April 19, 2014
The new crowdfunding rules are taking everyone by storm, and they’re bound to have impact in ways that can only be guessed at so far. And only in the imagination of the most “crazy” of us, can we look down the road even a couple years.
We don’t know exactly what’s going to happen with crowdfunding and its implementation, but one thing is for sure: there are a lot of parties who are nervous about it – and well they should be.
For example, the banks. Banks are not friends to consumers. Granted, we all need a place to park our money, but is it really likely that most consumers are going to get loans from these institutions? They barely help businesses. They rarely help homeowners get financing to make purchases or refinances. To be fair, this is partly because of government regulation but it also reflects their own risk tolerance. These giant institutions, which were declared “too big to fail”, are too big to be in business and they are about to get a haircut.
It’s only The People that can take them down.
The new crowdfunding rules are attacking the banks head-on. Since banks won’t make loans, new organizations have sprung up that are making loans to consumers in record numbers and in record time – like never before. Companies like LendingClub and Prosper are taking in small increments of dollars from regular people (investors), pooling them together and making loans after implementing a fair underwriting process for the borrowers. This is providing consumers and small business owners with access to limited the amounts of capital to meet their needs.
I was speaking with the CEO of Prosper recently who told me that he believes young people will probably never have a need to walk into a bank. I believe that he’s right. My kids, for example, take pictures of their checks; they use ATMs to get cash and they use the Internet to move their money around. They have a pretty good sense that a bank will never loan them any money, so they might as well go to one of these peer-to-peer, “P2P”, lending services if they need capital for a business, car purchase or other item.
It’s the way of the new world. What’s ironic is that banks are more profitable than ever but the post-bail-out profits are not coming from loan interest. Much of it is coming from fees they unscrupulously charge on overdrafts, bounced checks and other account-related services.
The other who is desperately concerned about the implementation of the crowdfunding rules are the Broker/Dealers (BDs). Broker/Dealers are organizations mandated by the Securities and Exchange Commission (SEC) to oversee and employ stock brokers. The concept of a Broker/Dealer means these companies both broker other people’s securities as well as dealing in product that they own (do you sense the conflict of interest?). Stock brokers and Broker/Dealers are paid a lot of money, but unfortunately, only a few add much value. Most of the rest are just a drain on your accounts.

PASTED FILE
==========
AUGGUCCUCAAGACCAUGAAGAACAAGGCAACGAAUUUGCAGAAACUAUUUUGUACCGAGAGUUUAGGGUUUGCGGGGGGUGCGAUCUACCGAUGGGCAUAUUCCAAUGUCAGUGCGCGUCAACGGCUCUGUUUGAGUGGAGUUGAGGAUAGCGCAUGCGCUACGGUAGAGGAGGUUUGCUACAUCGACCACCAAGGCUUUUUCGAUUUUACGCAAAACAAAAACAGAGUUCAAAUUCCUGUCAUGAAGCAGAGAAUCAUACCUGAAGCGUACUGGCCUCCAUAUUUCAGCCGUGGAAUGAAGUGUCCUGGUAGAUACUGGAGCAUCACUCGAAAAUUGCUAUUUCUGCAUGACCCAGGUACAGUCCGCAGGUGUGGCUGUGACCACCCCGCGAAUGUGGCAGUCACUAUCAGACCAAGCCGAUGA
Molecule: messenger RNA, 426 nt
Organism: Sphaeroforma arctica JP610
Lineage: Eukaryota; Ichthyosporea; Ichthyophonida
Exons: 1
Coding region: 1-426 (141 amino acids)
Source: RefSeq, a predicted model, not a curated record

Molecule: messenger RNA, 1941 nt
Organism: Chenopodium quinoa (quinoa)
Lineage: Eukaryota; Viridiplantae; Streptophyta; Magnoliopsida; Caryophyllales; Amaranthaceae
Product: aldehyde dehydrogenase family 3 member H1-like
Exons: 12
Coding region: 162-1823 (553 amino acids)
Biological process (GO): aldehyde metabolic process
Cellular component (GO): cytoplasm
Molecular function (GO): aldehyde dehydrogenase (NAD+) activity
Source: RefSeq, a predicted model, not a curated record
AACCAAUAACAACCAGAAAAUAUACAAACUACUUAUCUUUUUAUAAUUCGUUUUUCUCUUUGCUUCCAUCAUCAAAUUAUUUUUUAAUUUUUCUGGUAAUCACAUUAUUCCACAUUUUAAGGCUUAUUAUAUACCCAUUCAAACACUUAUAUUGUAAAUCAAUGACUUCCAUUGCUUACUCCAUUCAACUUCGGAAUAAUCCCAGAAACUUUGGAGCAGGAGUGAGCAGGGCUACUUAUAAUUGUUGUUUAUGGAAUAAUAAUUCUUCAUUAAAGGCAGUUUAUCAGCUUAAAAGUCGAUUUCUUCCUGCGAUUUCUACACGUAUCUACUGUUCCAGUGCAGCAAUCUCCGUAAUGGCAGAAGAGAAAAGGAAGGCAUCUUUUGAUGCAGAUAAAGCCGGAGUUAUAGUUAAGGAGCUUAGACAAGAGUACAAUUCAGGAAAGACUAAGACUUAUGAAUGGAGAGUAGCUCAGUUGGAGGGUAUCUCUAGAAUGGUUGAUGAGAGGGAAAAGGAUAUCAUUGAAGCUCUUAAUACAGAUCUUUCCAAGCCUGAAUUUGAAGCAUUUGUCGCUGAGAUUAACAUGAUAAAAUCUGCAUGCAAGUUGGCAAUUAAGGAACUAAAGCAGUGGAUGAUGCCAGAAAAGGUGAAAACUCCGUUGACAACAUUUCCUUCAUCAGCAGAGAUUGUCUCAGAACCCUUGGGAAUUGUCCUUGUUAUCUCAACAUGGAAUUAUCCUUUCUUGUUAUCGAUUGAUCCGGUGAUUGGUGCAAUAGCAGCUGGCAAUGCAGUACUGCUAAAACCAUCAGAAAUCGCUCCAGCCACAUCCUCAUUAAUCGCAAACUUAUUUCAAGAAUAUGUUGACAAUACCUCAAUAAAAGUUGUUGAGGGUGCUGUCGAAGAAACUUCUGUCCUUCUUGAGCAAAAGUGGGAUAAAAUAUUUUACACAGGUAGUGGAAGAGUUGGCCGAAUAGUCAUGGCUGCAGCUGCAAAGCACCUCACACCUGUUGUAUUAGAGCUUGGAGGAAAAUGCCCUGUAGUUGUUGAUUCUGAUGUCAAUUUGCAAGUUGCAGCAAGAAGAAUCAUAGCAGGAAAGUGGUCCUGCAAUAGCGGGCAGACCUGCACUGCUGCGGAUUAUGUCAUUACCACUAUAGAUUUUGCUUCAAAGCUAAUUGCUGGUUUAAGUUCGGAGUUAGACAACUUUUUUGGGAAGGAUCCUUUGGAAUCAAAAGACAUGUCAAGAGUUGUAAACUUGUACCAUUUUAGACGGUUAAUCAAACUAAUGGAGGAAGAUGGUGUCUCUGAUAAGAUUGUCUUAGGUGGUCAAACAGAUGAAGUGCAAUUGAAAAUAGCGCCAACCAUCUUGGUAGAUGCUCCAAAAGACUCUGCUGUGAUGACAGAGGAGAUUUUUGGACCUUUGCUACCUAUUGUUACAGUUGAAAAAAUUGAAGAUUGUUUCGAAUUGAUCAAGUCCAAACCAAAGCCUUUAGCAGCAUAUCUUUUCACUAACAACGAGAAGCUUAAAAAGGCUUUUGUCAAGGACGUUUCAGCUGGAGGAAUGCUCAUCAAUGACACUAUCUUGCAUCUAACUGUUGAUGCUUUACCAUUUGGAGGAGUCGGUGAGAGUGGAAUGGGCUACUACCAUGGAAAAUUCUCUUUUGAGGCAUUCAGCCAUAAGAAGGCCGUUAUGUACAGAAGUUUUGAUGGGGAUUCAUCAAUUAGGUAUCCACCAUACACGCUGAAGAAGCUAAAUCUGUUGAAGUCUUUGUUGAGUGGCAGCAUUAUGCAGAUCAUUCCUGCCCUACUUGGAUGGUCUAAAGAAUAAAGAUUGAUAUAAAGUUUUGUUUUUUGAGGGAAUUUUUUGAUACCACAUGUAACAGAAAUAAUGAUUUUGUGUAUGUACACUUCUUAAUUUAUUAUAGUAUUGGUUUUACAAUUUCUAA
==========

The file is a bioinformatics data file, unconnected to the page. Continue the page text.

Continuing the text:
I want to repeat: just a few are really good.
The amount of regulation they have to deal with from the government is tremendous, and consequently, the amount of value and service they can deliver to consumers is low. Worried about crowdfunding, the Broker/Dealers have been pushing the SEC to create very strict guidelines around the new processes. They want to make sure that “the fence” they have around financial transactions stays intact.
As brokers and intermediaries, they want to be in the middle of every transaction but if the Internet has taught us anything, it’s that nobody gets to be in the middle. The Internet is the great enabler that makes it possible for people to manage their own affairs. But at the present time, the Broker/Dealers want to make sure that all the money being raised in these crowdfunding arrangements runs through them. Some of it will, some of it won’t, but clearly they’re worried that their monopoly on capital raising and money management is at risk.
By the way, most Broker/Dealers have never heard of crowdfunding and most of those who have are laughing at it – at least for now.
Crowdfunding is clearly the democratization of access to capital. There are still many rules that need to be revisited and revised. But at least for now, a lot of the old rules are being assaulted – and this is going to work out well for consumers.
Maybe the Banks and Wall Street have finally met their match. The government can’t control them but my bet is that the citizens of our country can. Go People.
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Joel G. Block is a successful entrepreneur, speaker, advisor and is an astute investor. Joel is also CEO and founder of the Bullseye Capital Real Property Opportunity Fund, LLC which acquires distressed real estate nationwide. The Fund partners with accredited investors to accomplish its goals.
We also offer standard-setting seminars to show others how to raise or syndicate capital to acquire properties. Knowing how to pool funds to purchase real estate investment, whether single family, multi-family, commercial, or industrial is the key to wealth creation. For more information and complete details, please go to http://www.syndicatefast.com/.
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